Omphalocele is congenital defect that occurs early in fetal life. It is also known as an exomphalos. An opening in the abdominal wall allows the abdominal contents to herniate through the umbilical cord. The abdominal contents are covered with a membraneous sac. In 50% of the children, the liver, spleen, and bladder are also herniated into the sac. The cause is unknown.
Omphaloceles may be diagnosed before birth because of polyhydramnios (excess amniotic fluid) because the babies do not swallow the fluid properly. Ultrasound can also detect this problem and blood work that shows an elevated maternal serum alpha fetal protein level also helps with the diagnosis prior to birth. Surgery will be necessary very quickly in order to be sure that blood supply is maintained to the bowel before that delicate tissue dies. The abdomen is typically small and has to be gradually stretched over a period of weeks so that the abdominal contents can settle into the cavity and healing can take place. Typically a silastic mesh will be sutured over the mass and as healing takes place the intestines will gradually settle into the abdominal cavity until the skin can be closed in a second-stage operation. The baby will be fed intravenously and antibiotics will be given to prevent infection. Putting the abdominal contents into the abdomen can sometimes make it difficult for the lungs to expand, and the baby might need to breathe with the help of a mechanical ventilator machine until lungs expand.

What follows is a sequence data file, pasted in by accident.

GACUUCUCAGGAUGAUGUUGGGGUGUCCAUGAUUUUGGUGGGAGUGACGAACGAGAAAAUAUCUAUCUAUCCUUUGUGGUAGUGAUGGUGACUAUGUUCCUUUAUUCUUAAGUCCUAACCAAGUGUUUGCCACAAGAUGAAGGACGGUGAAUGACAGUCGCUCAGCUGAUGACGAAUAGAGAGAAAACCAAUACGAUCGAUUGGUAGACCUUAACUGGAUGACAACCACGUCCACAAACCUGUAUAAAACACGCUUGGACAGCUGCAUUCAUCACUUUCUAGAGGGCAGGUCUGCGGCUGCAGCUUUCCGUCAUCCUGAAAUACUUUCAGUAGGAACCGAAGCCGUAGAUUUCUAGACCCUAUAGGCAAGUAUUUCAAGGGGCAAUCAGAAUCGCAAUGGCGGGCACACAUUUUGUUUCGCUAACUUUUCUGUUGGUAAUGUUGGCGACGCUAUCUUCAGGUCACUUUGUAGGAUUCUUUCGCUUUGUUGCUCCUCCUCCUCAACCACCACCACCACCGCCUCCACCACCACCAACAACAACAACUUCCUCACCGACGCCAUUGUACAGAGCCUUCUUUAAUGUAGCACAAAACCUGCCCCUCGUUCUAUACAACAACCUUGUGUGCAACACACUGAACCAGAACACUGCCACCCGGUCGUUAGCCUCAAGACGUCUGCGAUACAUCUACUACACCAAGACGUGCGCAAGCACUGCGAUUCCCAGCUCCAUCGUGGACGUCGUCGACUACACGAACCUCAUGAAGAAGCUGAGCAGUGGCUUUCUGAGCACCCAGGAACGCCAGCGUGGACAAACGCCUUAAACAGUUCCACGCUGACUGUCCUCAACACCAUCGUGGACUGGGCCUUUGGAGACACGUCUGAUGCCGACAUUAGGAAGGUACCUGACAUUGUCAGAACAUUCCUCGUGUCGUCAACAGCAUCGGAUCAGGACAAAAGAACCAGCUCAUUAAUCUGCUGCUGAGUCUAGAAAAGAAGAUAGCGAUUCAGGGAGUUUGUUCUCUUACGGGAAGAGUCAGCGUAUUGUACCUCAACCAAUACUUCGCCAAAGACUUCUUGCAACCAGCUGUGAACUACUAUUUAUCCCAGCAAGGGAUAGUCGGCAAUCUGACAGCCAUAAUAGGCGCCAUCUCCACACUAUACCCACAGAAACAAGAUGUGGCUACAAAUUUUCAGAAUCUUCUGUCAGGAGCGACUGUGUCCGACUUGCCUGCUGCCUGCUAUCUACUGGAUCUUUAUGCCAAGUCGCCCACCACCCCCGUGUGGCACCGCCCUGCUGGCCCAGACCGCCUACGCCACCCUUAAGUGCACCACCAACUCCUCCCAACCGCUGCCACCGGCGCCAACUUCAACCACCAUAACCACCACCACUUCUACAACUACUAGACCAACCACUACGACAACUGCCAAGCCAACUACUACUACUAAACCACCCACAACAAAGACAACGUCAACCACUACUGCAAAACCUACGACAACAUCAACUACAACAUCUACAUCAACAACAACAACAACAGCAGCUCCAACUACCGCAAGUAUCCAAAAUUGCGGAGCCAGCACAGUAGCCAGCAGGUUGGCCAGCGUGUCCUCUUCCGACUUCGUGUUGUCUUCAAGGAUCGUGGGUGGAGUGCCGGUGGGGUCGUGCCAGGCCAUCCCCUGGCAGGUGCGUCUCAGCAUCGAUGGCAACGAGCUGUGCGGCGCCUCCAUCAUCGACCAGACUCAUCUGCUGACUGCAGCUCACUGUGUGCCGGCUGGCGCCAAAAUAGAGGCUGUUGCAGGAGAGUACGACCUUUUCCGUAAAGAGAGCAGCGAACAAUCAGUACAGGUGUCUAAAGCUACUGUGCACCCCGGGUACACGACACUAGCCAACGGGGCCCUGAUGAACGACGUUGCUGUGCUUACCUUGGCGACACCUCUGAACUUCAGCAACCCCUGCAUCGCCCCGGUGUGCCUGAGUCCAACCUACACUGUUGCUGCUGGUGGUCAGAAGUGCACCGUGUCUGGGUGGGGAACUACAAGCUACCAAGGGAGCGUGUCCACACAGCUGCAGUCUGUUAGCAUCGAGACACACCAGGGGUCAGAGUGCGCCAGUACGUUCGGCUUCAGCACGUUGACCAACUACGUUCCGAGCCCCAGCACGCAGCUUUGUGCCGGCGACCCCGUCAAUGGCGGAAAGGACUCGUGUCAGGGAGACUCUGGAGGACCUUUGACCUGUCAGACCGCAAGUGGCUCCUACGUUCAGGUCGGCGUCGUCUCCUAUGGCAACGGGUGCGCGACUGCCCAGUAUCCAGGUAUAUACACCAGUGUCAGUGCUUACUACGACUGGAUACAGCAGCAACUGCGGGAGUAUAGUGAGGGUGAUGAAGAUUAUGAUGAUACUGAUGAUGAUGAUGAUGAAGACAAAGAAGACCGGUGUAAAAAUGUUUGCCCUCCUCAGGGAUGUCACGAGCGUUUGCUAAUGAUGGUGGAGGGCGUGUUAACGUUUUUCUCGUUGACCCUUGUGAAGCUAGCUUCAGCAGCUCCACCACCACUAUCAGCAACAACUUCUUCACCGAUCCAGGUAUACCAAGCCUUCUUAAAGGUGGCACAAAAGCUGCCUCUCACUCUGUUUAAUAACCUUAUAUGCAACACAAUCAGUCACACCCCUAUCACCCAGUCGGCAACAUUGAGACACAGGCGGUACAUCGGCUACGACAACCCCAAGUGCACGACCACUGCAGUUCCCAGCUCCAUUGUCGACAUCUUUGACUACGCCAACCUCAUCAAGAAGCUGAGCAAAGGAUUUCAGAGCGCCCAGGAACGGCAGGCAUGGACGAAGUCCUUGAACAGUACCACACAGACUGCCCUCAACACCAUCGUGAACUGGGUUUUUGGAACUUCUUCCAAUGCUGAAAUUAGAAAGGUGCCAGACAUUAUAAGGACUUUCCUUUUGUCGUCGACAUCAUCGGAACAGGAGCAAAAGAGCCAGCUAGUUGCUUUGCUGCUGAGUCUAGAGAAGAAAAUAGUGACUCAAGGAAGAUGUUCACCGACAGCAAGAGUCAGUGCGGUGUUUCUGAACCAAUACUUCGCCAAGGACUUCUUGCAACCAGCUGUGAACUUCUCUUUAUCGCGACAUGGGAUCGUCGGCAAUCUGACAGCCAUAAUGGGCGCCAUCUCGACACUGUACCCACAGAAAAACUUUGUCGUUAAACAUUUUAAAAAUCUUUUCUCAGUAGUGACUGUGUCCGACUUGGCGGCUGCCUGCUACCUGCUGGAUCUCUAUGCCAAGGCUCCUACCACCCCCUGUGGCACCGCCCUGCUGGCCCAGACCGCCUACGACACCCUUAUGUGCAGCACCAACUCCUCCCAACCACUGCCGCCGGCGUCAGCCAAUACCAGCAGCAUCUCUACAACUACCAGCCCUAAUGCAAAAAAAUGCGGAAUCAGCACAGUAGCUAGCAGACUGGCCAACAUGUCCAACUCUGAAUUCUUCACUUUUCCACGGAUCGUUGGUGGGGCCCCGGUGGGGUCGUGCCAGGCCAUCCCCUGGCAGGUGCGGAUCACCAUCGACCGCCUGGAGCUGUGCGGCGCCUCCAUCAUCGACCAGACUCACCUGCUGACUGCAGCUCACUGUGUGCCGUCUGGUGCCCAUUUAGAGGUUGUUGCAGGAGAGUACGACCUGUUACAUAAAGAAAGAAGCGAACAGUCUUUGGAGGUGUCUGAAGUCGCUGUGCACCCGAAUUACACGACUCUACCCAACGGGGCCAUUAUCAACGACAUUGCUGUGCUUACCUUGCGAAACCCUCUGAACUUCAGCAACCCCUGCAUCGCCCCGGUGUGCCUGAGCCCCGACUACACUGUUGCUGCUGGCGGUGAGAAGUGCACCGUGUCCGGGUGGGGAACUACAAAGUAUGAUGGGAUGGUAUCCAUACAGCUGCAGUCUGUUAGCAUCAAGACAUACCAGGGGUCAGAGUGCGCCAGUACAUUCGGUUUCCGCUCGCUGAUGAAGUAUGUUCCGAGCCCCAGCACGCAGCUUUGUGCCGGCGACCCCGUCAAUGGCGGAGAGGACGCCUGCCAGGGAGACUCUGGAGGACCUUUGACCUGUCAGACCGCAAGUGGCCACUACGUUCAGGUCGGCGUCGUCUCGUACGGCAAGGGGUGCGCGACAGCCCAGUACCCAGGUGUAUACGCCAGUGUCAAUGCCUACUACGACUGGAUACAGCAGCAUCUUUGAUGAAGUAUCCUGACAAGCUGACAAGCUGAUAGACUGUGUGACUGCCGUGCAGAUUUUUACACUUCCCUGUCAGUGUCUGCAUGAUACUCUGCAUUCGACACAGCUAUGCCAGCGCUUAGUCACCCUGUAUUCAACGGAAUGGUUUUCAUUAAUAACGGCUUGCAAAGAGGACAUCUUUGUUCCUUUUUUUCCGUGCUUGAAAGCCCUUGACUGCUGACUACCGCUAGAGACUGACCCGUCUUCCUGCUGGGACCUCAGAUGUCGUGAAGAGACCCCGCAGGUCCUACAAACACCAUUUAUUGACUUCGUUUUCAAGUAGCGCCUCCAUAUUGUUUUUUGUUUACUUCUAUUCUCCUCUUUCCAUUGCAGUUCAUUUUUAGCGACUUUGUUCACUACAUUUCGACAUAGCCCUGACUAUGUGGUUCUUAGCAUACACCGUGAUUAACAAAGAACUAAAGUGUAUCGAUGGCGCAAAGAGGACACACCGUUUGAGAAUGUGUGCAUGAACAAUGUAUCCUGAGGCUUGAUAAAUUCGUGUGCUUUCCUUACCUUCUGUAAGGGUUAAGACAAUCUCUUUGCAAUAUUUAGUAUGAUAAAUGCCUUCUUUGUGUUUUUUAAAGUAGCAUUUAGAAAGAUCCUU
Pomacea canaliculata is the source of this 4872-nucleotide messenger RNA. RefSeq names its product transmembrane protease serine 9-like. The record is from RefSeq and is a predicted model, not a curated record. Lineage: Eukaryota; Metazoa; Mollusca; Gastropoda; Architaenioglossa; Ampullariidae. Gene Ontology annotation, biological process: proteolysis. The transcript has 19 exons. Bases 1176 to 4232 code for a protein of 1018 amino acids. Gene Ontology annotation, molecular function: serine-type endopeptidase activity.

Omphalocele occurs in 1 of 4000 live births, and about 50% of babies will have other congenital defects. Our program has been tracking omphalocele among live births in select counties since 2005 and are gradually expanding statewide.
- Using data from births to Hennepin and Ramsey county residents between 2010-2014, we found that 1.9 babies were born with omphalocele per 10,000 births.
- Using this data, we estimate about 14 babies are born with omphalocele every year in Minnesota.
Parental education and support are essential, and local, regional and national organizations may be very helpful.
Condition specific organizations
- CDC: Facts about Omphalocele
- Complex Child
- Who Will Hold My Hand? A Guide for Parents Whose Child Needs an Operation